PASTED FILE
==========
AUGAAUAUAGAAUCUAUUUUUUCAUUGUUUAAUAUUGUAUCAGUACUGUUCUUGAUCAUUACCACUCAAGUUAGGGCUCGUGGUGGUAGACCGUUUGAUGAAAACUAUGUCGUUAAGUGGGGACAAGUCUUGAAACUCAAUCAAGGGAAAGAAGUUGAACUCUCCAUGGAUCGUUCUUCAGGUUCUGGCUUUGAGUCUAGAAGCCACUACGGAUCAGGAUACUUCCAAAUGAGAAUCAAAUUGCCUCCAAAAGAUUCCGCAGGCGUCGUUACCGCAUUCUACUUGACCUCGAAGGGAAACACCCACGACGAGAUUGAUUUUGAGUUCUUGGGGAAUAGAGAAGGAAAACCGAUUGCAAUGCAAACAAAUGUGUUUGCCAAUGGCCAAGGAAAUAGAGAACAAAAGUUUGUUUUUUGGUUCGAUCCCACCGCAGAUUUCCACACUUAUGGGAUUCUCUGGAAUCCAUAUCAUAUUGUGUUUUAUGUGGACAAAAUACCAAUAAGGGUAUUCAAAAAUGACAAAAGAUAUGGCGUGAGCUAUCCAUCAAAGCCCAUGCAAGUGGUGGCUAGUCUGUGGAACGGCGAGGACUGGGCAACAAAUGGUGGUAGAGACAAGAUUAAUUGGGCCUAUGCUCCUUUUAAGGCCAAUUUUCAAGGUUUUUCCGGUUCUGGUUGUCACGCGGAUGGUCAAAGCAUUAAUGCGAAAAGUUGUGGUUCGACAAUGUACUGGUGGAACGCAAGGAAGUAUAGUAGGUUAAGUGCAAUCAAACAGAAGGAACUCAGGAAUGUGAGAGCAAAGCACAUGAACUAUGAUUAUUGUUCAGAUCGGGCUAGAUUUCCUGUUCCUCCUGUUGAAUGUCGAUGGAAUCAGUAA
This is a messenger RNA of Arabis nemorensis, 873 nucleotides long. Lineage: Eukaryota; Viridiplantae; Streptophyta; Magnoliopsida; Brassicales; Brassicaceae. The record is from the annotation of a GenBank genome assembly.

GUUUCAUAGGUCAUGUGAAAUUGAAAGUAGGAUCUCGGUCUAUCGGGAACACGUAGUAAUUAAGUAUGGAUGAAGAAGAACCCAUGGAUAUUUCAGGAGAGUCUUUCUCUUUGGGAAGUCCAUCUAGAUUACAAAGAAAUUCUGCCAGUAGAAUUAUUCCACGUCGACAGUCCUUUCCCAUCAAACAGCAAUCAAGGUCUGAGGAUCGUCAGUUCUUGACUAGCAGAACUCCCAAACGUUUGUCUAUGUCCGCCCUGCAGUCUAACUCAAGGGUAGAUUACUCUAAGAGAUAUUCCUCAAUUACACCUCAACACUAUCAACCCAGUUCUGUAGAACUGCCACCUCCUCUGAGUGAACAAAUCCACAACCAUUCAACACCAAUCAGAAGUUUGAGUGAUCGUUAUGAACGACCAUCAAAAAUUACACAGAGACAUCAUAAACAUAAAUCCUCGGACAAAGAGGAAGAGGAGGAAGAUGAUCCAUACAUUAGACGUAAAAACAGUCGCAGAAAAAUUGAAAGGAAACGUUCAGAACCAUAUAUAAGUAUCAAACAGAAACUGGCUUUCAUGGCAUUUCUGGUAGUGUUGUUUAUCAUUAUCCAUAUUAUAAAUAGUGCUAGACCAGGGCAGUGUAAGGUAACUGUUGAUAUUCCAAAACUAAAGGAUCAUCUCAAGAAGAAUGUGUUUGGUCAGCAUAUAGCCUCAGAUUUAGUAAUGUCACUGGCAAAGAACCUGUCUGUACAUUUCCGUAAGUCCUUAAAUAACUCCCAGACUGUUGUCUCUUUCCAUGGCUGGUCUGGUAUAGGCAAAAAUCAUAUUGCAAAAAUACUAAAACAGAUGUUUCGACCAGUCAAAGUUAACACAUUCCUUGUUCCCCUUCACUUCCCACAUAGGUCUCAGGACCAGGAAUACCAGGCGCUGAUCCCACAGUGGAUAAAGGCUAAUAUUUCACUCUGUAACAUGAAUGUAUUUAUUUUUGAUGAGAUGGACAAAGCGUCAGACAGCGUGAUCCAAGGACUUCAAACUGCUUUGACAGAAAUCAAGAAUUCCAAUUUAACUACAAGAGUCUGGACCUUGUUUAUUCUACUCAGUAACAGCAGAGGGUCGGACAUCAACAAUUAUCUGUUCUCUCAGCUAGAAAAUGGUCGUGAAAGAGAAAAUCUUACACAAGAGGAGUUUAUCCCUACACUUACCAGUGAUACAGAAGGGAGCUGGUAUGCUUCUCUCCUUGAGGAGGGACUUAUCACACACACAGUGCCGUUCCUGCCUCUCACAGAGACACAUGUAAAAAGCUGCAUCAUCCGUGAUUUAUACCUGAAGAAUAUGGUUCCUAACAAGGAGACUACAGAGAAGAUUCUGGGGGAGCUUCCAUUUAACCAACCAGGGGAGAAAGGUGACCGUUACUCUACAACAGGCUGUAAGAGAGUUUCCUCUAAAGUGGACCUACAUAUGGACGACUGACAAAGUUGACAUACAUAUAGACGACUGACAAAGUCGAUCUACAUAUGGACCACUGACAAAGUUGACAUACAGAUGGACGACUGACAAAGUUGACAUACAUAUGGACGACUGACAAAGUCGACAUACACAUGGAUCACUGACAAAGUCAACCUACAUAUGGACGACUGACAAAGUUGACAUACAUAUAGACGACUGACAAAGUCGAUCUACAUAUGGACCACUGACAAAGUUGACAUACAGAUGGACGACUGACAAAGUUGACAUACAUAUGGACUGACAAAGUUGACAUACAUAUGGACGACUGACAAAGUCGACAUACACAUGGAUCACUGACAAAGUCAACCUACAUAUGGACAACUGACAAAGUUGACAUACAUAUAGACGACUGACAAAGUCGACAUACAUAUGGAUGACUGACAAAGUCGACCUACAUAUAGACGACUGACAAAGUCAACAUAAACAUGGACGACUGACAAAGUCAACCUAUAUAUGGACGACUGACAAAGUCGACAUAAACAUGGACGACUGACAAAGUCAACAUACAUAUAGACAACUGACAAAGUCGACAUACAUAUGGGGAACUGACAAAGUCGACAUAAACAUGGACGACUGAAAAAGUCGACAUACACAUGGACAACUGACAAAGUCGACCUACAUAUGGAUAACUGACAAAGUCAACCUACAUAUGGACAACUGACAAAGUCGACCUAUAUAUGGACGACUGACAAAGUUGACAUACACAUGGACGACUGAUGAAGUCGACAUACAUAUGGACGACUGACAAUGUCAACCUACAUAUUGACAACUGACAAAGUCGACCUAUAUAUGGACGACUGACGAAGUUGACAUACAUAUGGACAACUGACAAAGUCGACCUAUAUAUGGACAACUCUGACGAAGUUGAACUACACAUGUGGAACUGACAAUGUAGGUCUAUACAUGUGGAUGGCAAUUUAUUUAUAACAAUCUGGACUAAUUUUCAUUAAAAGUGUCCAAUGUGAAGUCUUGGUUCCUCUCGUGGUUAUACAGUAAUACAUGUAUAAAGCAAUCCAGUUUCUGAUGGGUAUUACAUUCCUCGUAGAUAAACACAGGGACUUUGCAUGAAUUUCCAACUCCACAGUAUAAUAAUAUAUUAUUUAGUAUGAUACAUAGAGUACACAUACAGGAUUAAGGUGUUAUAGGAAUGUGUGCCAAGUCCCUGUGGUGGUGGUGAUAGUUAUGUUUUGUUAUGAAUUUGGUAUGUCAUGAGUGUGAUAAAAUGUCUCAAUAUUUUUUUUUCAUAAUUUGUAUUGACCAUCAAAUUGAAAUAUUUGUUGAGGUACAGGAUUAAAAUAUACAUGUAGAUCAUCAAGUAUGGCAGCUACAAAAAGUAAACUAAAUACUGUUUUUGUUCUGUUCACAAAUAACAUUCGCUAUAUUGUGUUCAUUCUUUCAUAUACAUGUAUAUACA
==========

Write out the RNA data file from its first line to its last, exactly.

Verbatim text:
AUGAAUAUAGAAUCUAUUUUUUCAUUGUUUAAUAUUGUAUCAGUACUGUUCUUGAUCAUUACCACUCAAGUUAGGGCUCGUGGUGGUAGACCGUUUGAUGAAAACUAUGUCGUUAAGUGGGGACAAGUCUUGAAACUCAAUCAAGGGAAAGAAGUUGAACUCUCCAUGGAUCGUUCUUCAGGUUCUGGCUUUGAGUCUAGAAGCCACUACGGAUCAGGAUACUUCCAAAUGAGAAUCAAAUUGCCUCCAAAAGAUUCCGCAGGCGUCGUUACCGCAUUCUACUUGACCUCGAAGGGAAACACCCACGACGAGAUUGAUUUUGAGUUCUUGGGGAAUAGAGAAGGAAAACCGAUUGCAAUGCAAACAAAUGUGUUUGCCAAUGGCCAAGGAAAUAGAGAACAAAAGUUUGUUUUUUGGUUCGAUCCCACCGCAGAUUUCCACACUUAUGGGAUUCUCUGGAAUCCAUAUCAUAUUGUGUUUUAUGUGGACAAAAUACCAAUAAGGGUAUUCAAAAAUGACAAAAGAUAUGGCGUGAGCUAUCCAUCAAAGCCCAUGCAAGUGGUGGCUAGUCUGUGGAACGGCGAGGACUGGGCAACAAAUGGUGGUAGAGACAAGAUUAAUUGGGCCUAUGCUCCUUUUAAGGCCAAUUUUCAAGGUUUUUCCGGUUCUGGUUGUCACGCGGAUGGUCAAAGCAUUAAUGCGAAAAGUUGUGGUUCGACAAUGUACUGGUGGAACGCAAGGAAGUAUAGUAGGUUAAGUGCAAUCAAACAGAAGGAACUCAGGAAUGUGAGAGCAAAGCACAUGAACUAUGAUUAUUGUUCAGAUCGGGCUAGAUUUCCUGUUCCUCCUGUUGAAUGUCGAUGGAAUCAGUAA
This is a messenger RNA of Arabis nemorensis, 873 nucleotides long. Lineage: Eukaryota; Viridiplantae; Streptophyta; Magnoliopsida; Brassicales; Brassicaceae. The record is from the annotation of a GenBank genome assembly.

GUUUCAUAGGUCAUGUGAAAUUGAAAGUAGGAUCUCGGUCUAUCGGGAACACGUAGUAAUUAAGUAUGGAUGAAGAAGAACCCAUGGAUAUUUCAGGAGAGUCUUUCUCUUUGGGAAGUCCAUCUAGAUUACAAAGAAAUUCUGCCAGUAGAAUUAUUCCACGUCGACAGUCCUUUCCCAUCAAACAGCAAUCAAGGUCUGAGGAUCGUCAGUUCUUGACUAGCAGAACUCCCAAACGUUUGUCUAUGUCCGCCCUGCAGUCUAACUCAAGGGUAGAUUACUCUAAGAGAUAUUCCUCAAUUACACCUCAACACUAUCAACCCAGUUCUGUAGAACUGCCACCUCCUCUGAGUGAACAAAUCCACAACCAUUCAACACCAAUCAGAAGUUUGAGUGAUCGUUAUGAACGACCAUCAAAAAUUACACAGAGACAUCAUAAACAUAAAUCCUCGGACAAAGAGGAAGAGGAGGAAGAUGAUCCAUACAUUAGACGUAAAAACAGUCGCAGAAAAAUUGAAAGGAAACGUUCAGAACCAUAUAUAAGUAUCAAACAGAAACUGGCUUUCAUGGCAUUUCUGGUAGUGUUGUUUAUCAUUAUCCAUAUUAUAAAUAGUGCUAGACCAGGGCAGUGUAAGGUAACUGUUGAUAUUCCAAAACUAAAGGAUCAUCUCAAGAAGAAUGUGUUUGGUCAGCAUAUAGCCUCAGAUUUAGUAAUGUCACUGGCAAAGAACCUGUCUGUACAUUUCCGUAAGUCCUUAAAUAACUCCCAGACUGUUGUCUCUUUCCAUGGCUGGUCUGGUAUAGGCAAAAAUCAUAUUGCAAAAAUACUAAAACAGAUGUUUCGACCAGUCAAAGUUAACACAUUCCUUGUUCCCCUUCACUUCCCACAUAGGUCUCAGGACCAGGAAUACCAGGCGCUGAUCCCACAGUGGAUAAAGGCUAAUAUUUCACUCUGUAACAUGAAUGUAUUUAUUUUUGAUGAGAUGGACAAAGCGUCAGACAGCGUGAUCCAAGGACUUCAAACUGCUUUGACAGAAAUCAAGAAUUCCAAUUUAACUACAAGAGUCUGGACCUUGUUUAUUCUACUCAGUAACAGCAGAGGGUCGGACAUCAACAAUUAUCUGUUCUCUCAGCUAGAAAAUGGUCGUGAAAGAGAAAAUCUUACACAAGAGGAGUUUAUCCCUACACUUACCAGUGAUACAGAAGGGAGCUGGUAUGCUUCUCUCCUUGAGGAGGGACUUAUCACACACACAGUGCCGUUCCUGCCUCUCACAGAGACACAUGUAAAAAGCUGCAUCAUCCGUGAUUUAUACCUGAAGAAUAUGGUUCCUAACAAGGAGACUACAGAGAAGAUUCUGGGGGAGCUUCCAUUUAACCAACCAGGGGAGAAAGGUGACCGUUACUCUACAACAGGCUGUAAGAGAGUUUCCUCUAAAGUGGACCUACAUAUGGACGACUGACAAAGUUGACAUACAUAUAGACGACUGACAAAGUCGAUCUACAUAUGGACCACUGACAAAGUUGACAUACAGAUGGACGACUGACAAAGUUGACAUACAUAUGGACGACUGACAAAGUCGACAUACACAUGGAUCACUGACAAAGUCAACCUACAUAUGGACGACUGACAAAGUUGACAUACAUAUAGACGACUGACAAAGUCGAUCUACAUAUGGACCACUGACAAAGUUGACAUACAGAUGGACGACUGACAAAGUUGACAUACAUAUGGACUGACAAAGUUGACAUACAUAUGGACGACUGACAAAGUCGACAUACACAUGGAUCACUGACAAAGUCAACCUACAUAUGGACAACUGACAAAGUUGACAUACAUAUAGACGACUGACAAAGUCGACAUACAUAUGGAUGACUGACAAAGUCGACCUACAUAUAGACGACUGACAAAGUCAACAUAAACAUGGACGACUGACAAAGUCAACCUAUAUAUGGACGACUGACAAAGUCGACAUAAACAUGGACGACUGACAAAGUCAACAUACAUAUAGACAACUGACAAAGUCGACAUACAUAUGGGGAACUGACAAAGUCGACAUAAACAUGGACGACUGAAAAAGUCGACAUACACAUGGACAACUGACAAAGUCGACCUACAUAUGGAUAACUGACAAAGUCAACCUACAUAUGGACAACUGACAAAGUCGACCUAUAUAUGGACGACUGACAAAGUUGACAUACACAUGGACGACUGAUGAAGUCGACAUACAUAUGGACGACUGACAAUGUCAACCUACAUAUUGACAACUGACAAAGUCGACCUAUAUAUGGACGACUGACGAAGUUGACAUACAUAUGGACAACUGACAAAGUCGACCUAUAUAUGGACAACUCUGACGAAGUUGAACUACACAUGUGGAACUGACAAUGUAGGUCUAUACAUGUGGAUGGCAAUUUAUUUAUAACAAUCUGGACUAAUUUUCAUUAAAAGUGUCCAAUGUGAAGUCUUGGUUCCUCUCGUGGUUAUACAGUAAUACAUGUAUAAAGCAAUCCAGUUUCUGAUGGGUAUUACAUUCCUCGUAGAUAAACACAGGGACUUUGCAUGAAUUUCCAACUCCACAGUAUAAUAAUAUAUUAUUUAGUAUGAUACAUAGAGUACACAUACAGGAUUAAGGUGUUAUAGGAAUGUGUGCCAAGUCCCUGUGGUGGUGGUGAUAGUUAUGUUUUGUUAUGAAUUUGGUAUGUCAUGAGUGUGAUAAAAUGUCUCAAUAUUUUUUUUUCAUAAUUUGUAUUGACCAUCAAAUUGAAAUAUUUGUUGAGGUACAGGAUUAAAAUAUACAUGUAGAUCAUCAAGUAUGGCAGCUACAAAAAGUAAACUAAAUACUGUUUUUGUUCUGUUCACAAAUAACAUUCGCUAUAUUGUGUUCAUUCUUUCAUAUACAUGUAUAUACA